Saturday, February 10, 2018

Democrats are in full attack mode against the success of the tax cuts

The following article appeared in the American Thinker on February 9th

The media and other Democrats campaigned hard against the Trump tax cuts and tax reform plan.  It is already clear from the first month that the law will be successful at allowing benefits and money to trickle down throughout the economy.  So the success must be attacked.  We see many stories about how not that many Americans are benefiting from the cuts to corporate taxes, that shareholders are getting too great a portion, that people in high-tax blue states may be getting hurt.  The mantra is that the tax cuts are adding $1.5 trillion to the debt (they rarely point out that the $1.5 trillion is a wild guess over ten years.)
Schumer and De Blasio believe the money is THEIRS, not yours!
We know that the journalists and other Democrats never cared about the $10-trillion debt increase during Obama's eight years, and we saw that Durbin, Schumer, and other Democrats don't actually care about the deficit today when they voted for the new budget.  They care about deficits only if they involve allowing people and businesses to keep more money they earn.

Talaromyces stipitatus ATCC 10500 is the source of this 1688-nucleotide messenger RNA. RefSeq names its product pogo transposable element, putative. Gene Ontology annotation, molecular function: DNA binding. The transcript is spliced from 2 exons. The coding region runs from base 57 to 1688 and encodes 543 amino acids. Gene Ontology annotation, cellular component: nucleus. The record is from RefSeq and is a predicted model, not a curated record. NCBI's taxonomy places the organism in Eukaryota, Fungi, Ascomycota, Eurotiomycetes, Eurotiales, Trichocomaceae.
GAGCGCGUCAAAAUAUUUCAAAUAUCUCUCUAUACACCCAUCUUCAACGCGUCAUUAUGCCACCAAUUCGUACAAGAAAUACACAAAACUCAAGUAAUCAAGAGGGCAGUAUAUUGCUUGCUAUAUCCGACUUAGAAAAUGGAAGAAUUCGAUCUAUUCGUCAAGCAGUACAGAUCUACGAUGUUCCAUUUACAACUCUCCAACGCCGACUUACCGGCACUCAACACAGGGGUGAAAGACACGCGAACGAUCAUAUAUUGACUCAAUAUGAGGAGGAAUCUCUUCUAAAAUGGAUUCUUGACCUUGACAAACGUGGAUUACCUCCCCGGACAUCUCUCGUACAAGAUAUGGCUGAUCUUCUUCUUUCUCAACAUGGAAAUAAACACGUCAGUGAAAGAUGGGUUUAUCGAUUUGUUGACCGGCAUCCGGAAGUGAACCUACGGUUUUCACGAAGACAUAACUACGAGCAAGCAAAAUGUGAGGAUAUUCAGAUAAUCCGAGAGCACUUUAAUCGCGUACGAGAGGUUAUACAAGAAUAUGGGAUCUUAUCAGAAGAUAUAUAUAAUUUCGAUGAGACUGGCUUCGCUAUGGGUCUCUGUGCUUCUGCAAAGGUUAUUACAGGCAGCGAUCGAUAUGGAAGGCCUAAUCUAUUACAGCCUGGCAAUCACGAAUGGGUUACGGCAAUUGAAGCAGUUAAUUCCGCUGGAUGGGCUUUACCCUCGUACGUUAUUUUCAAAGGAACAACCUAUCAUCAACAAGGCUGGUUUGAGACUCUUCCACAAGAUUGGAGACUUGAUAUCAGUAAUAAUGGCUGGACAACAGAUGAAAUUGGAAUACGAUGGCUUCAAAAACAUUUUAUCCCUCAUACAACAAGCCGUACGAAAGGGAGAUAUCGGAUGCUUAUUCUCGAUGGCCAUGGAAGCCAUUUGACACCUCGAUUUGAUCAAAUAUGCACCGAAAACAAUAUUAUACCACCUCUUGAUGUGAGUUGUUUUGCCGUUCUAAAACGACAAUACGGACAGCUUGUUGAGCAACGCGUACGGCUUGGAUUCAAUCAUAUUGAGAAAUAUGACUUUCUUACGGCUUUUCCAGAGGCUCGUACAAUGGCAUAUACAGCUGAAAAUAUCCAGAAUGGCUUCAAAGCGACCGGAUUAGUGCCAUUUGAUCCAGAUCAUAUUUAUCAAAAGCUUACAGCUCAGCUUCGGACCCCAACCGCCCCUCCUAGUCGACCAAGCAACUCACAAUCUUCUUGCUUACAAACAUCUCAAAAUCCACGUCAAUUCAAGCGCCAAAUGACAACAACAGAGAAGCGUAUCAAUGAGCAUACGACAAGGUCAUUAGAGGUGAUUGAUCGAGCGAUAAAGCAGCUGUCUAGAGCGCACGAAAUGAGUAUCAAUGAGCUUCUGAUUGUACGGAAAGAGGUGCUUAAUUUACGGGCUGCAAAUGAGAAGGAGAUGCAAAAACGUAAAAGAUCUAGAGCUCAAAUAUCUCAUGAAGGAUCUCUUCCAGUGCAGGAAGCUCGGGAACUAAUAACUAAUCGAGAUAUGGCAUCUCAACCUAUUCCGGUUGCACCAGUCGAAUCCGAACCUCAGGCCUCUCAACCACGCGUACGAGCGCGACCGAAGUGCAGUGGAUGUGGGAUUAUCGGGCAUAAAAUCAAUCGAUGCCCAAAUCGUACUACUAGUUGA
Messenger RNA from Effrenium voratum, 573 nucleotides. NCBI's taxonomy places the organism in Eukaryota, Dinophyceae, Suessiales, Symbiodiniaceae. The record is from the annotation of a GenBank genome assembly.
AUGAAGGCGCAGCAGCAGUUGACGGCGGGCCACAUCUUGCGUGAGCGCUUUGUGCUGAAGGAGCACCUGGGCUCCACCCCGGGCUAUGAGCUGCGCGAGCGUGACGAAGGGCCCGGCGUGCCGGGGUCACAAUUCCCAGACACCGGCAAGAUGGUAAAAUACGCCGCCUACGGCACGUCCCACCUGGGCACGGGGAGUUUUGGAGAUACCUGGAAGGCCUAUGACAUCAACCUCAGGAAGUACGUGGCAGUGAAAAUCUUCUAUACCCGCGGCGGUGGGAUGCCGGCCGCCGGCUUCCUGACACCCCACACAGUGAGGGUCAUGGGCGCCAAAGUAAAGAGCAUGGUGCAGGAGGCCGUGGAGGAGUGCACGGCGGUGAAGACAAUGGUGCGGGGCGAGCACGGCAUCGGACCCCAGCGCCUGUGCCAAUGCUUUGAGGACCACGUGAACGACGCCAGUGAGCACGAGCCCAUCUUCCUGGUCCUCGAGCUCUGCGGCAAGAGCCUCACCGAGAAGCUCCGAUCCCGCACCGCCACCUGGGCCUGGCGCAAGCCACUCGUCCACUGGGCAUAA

On Wednesday, Senate Democrats attacked the law, saying the money isn't trickling down to the people, but is instead being kept for shareholders.

Senate Democrats launched a new line of attack on the Republican tax plan Wednesday in a report showing [that] companies have announced $97.2 billion in share buybacks since the start of the year.  That figure dwarfs a number that Republicans have been touting: $2.5 billion in bonuses that companies have announced in response to the new tax law.
Dick Durbin
If Democrats weren't so intent on misleading the public, they would put in their report everything the corporations are doing with the money instead of just cherry-picking stock buybacks, which will occur over several years.  Many companies have announced new investments in the U.S because of the tax cuts, and those investments will course throughout the economy, which will help growth and create economic opportunities for people of all races and economic levels.

Why didn't they list $350 billion in Apple investment, the $50-billion Exxon investment, the $20-billion Chase investment, and all the others that have been announced?  These investments, along with raises, bonuses, and increased benefits, will dwarf the buybacks, so why did they choose to leave them out?  

(Article continues HERE)

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